Ourea is an adventure/puzzle game with a major emphasis on cinematographics. It was developed by Rewrite Games. The protagonist is a nameless character. He is the last of a race known as the Oreads. The game description goes like this: “Play as the last of the Oreads and unravel the mysterious history of your people, as you traverse a story-rich environment”. 2̵͇̌T̴̼͑̓ͅ7̸͓̳͌̅1̶͚͠¨̷̨͎̽t̶̠͖̀D̶̥̺̂”̷̵̡̠̦̃̈̚͠ḳ̷͕̌Á̴̰̕%̵̫͔͌r̸͉̟͐̒M̴̯̍Í̸̶̟̀ͅb̵̫͛E̶͇̤͋̕4̶̯̠͊̆/̵̘̦̇́x̵̻̳͝K̷̳͒͝s̴̹͒͑7̷̬͌̔P̴͎̺̀̇ǫ̴̋̈́$̷̨͙̾̚Ḻ̵͎͠B̵̭̂́x̷̠̏v̴͗ͅw̵̨̟̅Į̸̫̏͂(̵͕̑̿w̵̭̝̔x̵̳̆̈́͜r̶͇̍d̵̨͉̎͝Y̸͜͝H̸̤̋̕t̶͚̩̒ỏ̶̹̹c̸̣̈́̏Ḩ̸͉̈͂z̷̼̥̚M̶͙͍͂?̸͈̌̀P̵͇͝h̸͍̻̀2̷̫͔͝ Had I not read this description prior to playing, I would have found it hard to recount the story. There is no narration or dialogue. I would have welcomed a short outline of the backstory, it would have made it much easier to decipher the narrative. However, the developer did make an effort to share the tale of the Oreads. There are paintings scattered throughout the game and they loosely illustrate how the Oreads’ civilization fell.
The environments are quite nice and interesting. The world is interactive and the concept is great. The environment changes as you walk through most locations. As an example, at a certain point in the game you walk through some grass. Every step you take makes the grass change colors around you. I love the way the developer implemented this idea. The issue lies with the fact that the idea could have been taken further. c̴̋̈́ͅQ̴̛͎m̶͖͑̔K̸͎͇͝G̸̥̲̾p̷̙̀̆l̵͘͜%̴̻̘̑̑6̵̡̧̌P̸̺̽̐p̸̝̲͑̾”̴̢̰́̈́L̵͚̾͌L̴͉̈̈G̶̫̰͂͛J̷̥͘B̴͉̌̏ì̷͖0̴̲̎d̸͔̬͘P̶̳͓̐̒S̵͙̉̚”̸͓͚̀͋ṯ̴̛̲̂s̶̵̖̻̼͇͌̐͘h̵̛̯̔Ȩ̶̝͗͂o̴̢͘͝F̸̟̔͂F̵̞̑z̴͕̈́¨̷͇͕̒V̷͔̰̀͝)̵̢̡̀̐3̸̖̚͠d̶̦͖̓̆W̴̠̜͗̕6̶͕͈́V̸̠͆d̶̨̤́/̸̤̙̓9̵̩̉&̶̴̯̜̟̘̋̄῁̷̤͛d̶͉̩̂p̵̮̎̄j̸̡̣̀l̴͕̍ There are big stretches of the game where you walk and there is nothing happening. For the area where the environment is fully interactive and beautiful, there is little incentive to explore it further. The only interactions are in the areas specific to the puzzles. I think the developer could have done better by concentrating on one concept and taking it further.
The cinematographics on the other hand are plentiful… a little too much sometimes. Do not get me wrong; the animations are great and well implemented, but there are just too many of them. It is hard to create an immersive game when it cuts every couple minutes for an animation. It would have been far better to have less animations but to place them where they would create the biggest impact.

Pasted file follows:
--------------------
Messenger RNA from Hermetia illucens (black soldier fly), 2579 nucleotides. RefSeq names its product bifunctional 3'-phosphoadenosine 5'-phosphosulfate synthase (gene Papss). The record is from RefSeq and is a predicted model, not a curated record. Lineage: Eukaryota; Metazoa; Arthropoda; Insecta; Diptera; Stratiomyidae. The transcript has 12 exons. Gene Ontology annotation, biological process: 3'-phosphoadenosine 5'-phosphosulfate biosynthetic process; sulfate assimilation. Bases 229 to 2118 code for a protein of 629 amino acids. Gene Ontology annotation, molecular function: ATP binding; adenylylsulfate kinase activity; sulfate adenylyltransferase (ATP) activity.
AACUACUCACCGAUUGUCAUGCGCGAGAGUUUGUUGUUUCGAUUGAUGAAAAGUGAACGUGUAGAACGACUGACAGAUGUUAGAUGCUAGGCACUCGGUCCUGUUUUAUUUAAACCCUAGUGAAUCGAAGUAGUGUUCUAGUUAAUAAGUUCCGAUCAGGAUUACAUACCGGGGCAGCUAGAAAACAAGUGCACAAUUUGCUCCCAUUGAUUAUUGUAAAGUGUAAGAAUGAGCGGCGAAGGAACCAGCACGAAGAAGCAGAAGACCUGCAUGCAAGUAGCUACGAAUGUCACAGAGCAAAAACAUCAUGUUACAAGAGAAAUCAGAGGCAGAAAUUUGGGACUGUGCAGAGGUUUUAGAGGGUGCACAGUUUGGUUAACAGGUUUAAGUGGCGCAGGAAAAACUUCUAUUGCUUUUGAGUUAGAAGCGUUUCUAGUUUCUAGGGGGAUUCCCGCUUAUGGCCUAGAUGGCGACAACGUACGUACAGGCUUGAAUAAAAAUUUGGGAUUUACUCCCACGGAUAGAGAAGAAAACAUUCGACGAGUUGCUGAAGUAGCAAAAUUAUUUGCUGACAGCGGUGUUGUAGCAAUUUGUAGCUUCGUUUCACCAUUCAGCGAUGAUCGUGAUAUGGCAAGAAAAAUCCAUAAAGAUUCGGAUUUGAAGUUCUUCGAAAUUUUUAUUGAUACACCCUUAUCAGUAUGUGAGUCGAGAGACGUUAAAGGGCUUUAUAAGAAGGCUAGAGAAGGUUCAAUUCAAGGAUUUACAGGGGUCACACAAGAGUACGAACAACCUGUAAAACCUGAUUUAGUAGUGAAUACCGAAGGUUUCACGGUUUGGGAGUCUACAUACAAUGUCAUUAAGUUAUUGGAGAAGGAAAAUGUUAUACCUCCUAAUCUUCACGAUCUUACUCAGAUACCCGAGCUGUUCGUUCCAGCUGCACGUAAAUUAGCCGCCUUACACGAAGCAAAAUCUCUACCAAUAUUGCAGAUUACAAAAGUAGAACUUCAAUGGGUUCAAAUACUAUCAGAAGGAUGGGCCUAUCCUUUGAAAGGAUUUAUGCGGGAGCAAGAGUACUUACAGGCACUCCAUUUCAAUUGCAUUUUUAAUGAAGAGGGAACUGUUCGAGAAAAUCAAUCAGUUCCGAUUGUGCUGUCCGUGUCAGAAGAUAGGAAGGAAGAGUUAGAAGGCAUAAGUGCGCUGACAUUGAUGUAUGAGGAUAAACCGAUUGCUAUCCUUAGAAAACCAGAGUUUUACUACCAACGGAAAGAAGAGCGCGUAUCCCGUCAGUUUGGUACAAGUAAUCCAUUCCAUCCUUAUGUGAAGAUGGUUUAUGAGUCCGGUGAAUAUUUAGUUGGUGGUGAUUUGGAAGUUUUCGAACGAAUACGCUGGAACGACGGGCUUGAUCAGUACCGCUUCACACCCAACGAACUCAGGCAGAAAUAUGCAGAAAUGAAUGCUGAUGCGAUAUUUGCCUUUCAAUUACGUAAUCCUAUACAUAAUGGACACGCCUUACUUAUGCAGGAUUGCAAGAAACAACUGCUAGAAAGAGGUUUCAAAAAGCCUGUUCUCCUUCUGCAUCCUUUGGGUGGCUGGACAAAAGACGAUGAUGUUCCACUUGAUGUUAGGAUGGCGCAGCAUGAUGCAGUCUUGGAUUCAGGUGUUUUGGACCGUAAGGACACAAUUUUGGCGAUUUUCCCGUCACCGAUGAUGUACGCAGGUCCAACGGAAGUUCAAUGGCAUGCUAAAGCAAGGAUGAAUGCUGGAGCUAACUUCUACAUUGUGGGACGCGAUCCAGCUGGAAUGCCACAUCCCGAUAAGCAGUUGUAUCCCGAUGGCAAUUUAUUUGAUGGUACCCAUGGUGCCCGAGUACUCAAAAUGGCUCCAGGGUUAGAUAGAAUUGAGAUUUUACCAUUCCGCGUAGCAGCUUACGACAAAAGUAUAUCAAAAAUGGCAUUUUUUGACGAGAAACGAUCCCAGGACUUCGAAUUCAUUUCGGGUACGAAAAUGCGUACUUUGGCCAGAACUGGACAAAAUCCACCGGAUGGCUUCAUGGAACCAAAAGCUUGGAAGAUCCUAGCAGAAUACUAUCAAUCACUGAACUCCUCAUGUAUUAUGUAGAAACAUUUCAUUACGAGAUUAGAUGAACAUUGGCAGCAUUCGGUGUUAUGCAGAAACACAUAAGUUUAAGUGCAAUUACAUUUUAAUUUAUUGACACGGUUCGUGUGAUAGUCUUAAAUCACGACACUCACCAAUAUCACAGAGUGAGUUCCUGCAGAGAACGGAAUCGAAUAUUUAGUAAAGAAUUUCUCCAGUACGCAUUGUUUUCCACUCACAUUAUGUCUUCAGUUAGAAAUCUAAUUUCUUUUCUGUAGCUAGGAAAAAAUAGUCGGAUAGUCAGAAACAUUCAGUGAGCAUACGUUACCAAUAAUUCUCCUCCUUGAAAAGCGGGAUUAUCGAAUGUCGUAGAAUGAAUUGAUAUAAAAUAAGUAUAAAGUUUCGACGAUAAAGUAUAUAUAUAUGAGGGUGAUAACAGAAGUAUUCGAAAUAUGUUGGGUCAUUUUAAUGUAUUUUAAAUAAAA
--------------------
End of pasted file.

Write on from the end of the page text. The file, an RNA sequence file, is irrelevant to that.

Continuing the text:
The game is extremely short. If you take your time and explore everything, it should take you no more than two hours to finish it. Ourea consists mainly of three puzzles. They are completed using the environment to create a path forward. Despite the small amount of puzzles they are well thought out and interesting. Every aspect is logical, but personally I found them to be too easy. I would have loved for them to be more challenging. On the other hand, they would have been perfect for a younger audience.
The game is entertaining but there are some features which makes it unpleasant. The camera angle is one of those. It is all over the place and very inconsistent. There are some times where it was hard to see everything because of the awkward angles. The arrow keys are supposed to let you move the camera, but when I tried it, it did not seem to make much of a difference. The allowed camera angle is very constrained. The other complaint I have is the save system. “̸̈͜ń̵̡͖A̸͓̖̓́h̷̜̬̔̊p̷̫̻͊Y̷̬̔͝t̷̛͕̰B̵͉̰̊̍g̸͎͚̏͛ȋ̷͖̩A̵̠͝D̵̢͚́̈́7̷̲͇͒Q̶̧̟͛͝d̶͂ͅu̶͉̔B̴͒ͅṕ̸̩͉X̵̰͇̉ỳ̸̡̰̈́w̶̭̅C̴̢̜͐k̴̝̒a̷̯̤̓̚”̴̲̯̐d̷̦̺̈́͘t̴̘͓͂d̶̹̞̀L̸͉̉6̴͉̼̉v̶̖̫̋h̸̗̉͊ù̴̢͎̓D̷̟͔̈́͛5̷̦͉͆͋V̸̼̘̽S̷͎̦͌͑D̷̖̈́͘F̶̧̩̃̐t̵͚̿̊/̷̣̃Ǘ̸̙*̶̯̯̍l̶͚̙̏̅p̷̣̃5̵̭̤̃͒x̸̩̋̾f̴̤̎̕J̴̢̩̋s̴̢͉̀̃ The game saves automatically. Surprisingly, the save points are not after each level or even each puzzle. It seems really random to me. You have to wait until you see the floppy disk icon on the bottom left corner and that is when you know it is safe to exit. I guess the game is short enough and most players will probably finish it in one sitting, but if you do not it can get annoying to wait until you see the icon.
Once you have completed the game you can redo any level you want through the level menu, and if you wish to see the second ending you can jump right to it. I would have liked the second ending to be a lot more different. It was anti-climactic to go back in the game and complete the second ending only to find that it was extremely similar to the one I had just finished. Having said all that, Ourea itself was enjoyable overall but I found it to be too easy. I would recommend it for an inexperienced player who wants to try his hand at a puzzle game or for a younger public.
Written by Vee